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PPP to continue to take back seat to state funding — DoF

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(Files) Finance Secretary Carlos Dominguez III speaks during the DuterteNomics Forum in Pasay City on April 18, 2017. -- PRESIDENTIAL COMMUNICATIONS

NOTWITHSTANDING calls by Philippine and foreign business groups for the government to put public-private partnership (PPP) arrangements back at the forefront of its infrastructure drive, state financing will continue to be a preferred mode, the head of the Department of Finance (DoF) told reporters on Thursday last week.

Finance Secretary Carlos G. Dominguez III said he met with heads of some conglomerates last month to discuss this concern.

“I just laid it down to them,” he said, noting some PPP projects have been delayed “because you guys were arguing… who was going to make the profit.”

“And in the meantime when you were arguing about that, there is no growth and I think that is unfair to the Filipino people.”

Among those taken off the PPP pipeline were plans to develop the New Bohol (Panglao), Davao, Iloilo, Laguindingan and Bacolod airports, which would have been the second airport offer under this scheme after the P17.52-billion Mactan-Cebu International Airport Passenger Terminal Building project that was awarded in April 2014.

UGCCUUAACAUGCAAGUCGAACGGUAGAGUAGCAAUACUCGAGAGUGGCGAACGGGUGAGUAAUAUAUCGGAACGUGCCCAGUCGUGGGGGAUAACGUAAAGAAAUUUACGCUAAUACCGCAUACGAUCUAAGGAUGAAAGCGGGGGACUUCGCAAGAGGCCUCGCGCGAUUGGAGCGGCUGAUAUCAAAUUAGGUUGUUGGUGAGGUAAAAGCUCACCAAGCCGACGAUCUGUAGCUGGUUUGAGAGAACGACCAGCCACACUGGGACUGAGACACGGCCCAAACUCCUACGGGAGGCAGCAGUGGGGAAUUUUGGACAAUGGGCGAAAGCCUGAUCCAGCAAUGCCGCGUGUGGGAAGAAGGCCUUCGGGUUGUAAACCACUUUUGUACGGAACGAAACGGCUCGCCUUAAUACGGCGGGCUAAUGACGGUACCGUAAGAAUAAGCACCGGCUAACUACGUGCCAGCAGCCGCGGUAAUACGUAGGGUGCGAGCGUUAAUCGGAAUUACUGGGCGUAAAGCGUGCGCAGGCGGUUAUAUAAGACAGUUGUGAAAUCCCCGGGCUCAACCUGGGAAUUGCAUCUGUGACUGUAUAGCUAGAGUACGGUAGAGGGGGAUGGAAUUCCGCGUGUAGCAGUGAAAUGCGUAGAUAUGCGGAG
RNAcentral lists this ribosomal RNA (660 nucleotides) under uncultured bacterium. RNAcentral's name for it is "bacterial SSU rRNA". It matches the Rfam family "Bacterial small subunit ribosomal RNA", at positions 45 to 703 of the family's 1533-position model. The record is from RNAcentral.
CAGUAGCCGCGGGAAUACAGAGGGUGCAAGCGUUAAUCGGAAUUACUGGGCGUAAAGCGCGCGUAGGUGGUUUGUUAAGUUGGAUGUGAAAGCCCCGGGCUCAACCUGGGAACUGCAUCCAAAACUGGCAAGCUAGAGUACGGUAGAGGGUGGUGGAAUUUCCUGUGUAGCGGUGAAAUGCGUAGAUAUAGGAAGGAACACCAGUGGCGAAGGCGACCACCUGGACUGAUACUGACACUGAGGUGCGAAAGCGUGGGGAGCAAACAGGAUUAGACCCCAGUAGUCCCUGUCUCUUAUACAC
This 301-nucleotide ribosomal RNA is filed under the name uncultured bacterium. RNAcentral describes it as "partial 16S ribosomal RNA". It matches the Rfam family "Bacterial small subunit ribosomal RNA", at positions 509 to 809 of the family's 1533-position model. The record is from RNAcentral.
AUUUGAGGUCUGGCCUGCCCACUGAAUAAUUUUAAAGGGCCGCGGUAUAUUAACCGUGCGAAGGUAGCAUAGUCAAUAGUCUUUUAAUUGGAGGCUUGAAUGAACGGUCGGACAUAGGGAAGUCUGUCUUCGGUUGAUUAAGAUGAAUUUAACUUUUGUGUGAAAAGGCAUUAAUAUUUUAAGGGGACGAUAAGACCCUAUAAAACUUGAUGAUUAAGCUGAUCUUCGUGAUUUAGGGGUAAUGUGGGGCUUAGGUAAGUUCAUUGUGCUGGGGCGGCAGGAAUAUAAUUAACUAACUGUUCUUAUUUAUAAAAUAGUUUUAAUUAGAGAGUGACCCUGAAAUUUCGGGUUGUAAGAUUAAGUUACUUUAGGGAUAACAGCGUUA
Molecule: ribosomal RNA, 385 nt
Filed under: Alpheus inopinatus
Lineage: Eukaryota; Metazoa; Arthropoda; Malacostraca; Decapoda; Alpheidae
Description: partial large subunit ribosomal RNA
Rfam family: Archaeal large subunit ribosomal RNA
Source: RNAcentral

Mr. Dominguez said the government’s “hybrid” mode — involving state funding or foreign aid for the construction stage and private sector participation in operation and maintenance — has proven faster, citing progress of the Clark International Airport Expansion Project, the first project under such financing scheme. Groundbreaking is expected in December after the project was approved in July by the National Economic and Development Authority board. Operation of the new facility is expected to start in the first quarter of 2020.

“We have no time. We are very far behind in infra(structure) and we have to move faster. We have proven we can start a project in 18 months so that is the benchmark the private sector has to meet,” Mr. Dominguez said.

“Our experience with PPP — and I am not inventing this — it’s very slow. How many PPP projects were actually started by the last admin — half a dozen. They had six years to do it,” he added.

“Half a dozen in six years and the average took 30 months and one of them took 50 months. Fifty months from conception to the start — I am not talking about completion.” — EJCT





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